The family of a special needs student at a school in Madison County, Alabama is suing over an incident that happened nearly five years ago, but is still affecting the young woman, devastating her life. The girl, 14-years-old at the time, was allegedly used as 'bait' to catch an accused sexual predator, who was also a student at the school.
A legal brief in the case says a teacher's aide encouraged the girl to go with the boy into the bathroom, so teachers could catch him in the act. Only no teachers came to the rescue, and the girl was allegedly raped. The teacher's aide has since been forced to resign, but there have been no repercussions for the school administrators who allegedly knew about the plan or for the alleged rapist, beyond a few days suspension. CNN's Victor Blackwell speaks to the alleged rape victim who says she feels like she was set up by her teachers.
Amber Vinson, the second Dallas nurse who caught Ebola from Thomas Eric Duncan release Tuesday from an Atlanta hospital leaves a single person in the United States now battling Ebola.
Even without more cases, Ebola remains a hot topic of conversation around the country. That includes a debate about whether anyone should be allowed into the United States from West Africa, or at least whether health care volunteers and others coming from those Ebola-ravaged nations should be quarantined for three weeks upon arrival.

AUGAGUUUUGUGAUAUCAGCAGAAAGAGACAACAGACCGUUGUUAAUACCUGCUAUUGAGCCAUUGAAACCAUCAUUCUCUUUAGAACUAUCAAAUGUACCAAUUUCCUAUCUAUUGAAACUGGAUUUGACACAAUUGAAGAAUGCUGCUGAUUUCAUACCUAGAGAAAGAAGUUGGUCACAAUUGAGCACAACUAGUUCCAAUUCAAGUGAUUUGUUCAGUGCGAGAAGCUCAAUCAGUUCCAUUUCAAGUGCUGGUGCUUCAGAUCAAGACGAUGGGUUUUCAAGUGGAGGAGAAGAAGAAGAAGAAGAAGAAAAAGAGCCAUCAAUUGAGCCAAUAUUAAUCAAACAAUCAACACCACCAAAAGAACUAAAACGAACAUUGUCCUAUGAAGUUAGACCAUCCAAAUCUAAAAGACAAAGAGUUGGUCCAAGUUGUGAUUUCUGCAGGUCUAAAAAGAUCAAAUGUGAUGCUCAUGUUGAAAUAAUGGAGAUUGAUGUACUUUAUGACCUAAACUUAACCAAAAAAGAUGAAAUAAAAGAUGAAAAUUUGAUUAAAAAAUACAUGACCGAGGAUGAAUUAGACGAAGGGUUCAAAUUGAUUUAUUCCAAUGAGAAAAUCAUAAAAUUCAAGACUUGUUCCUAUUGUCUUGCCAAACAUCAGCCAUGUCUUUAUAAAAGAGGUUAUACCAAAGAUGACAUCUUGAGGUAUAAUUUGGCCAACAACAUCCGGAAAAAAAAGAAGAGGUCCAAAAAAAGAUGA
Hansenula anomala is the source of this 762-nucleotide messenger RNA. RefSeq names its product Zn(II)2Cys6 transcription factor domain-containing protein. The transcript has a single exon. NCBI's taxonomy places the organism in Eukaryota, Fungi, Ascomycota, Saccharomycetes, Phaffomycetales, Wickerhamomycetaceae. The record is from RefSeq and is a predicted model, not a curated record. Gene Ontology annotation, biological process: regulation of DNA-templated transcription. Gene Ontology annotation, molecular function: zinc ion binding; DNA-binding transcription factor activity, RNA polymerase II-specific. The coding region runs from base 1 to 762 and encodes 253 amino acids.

President Barack Obama said Tuesday that "monitoring and movement guidance" for those returning from the region should be "sensible," so long as it is based on science and doesn't unnecessarily prove an obstacle to those who risk their lives and livelihoods to head overseas to help those in need. So why has one volunteer who is Ebola free been under forced quarantine, with an armed officer outside his home for more than two weeks?
Anderson spoke with Ryan Boyko. He told Anderson the health department has yet to contact him about the reason for his forced quarantined.
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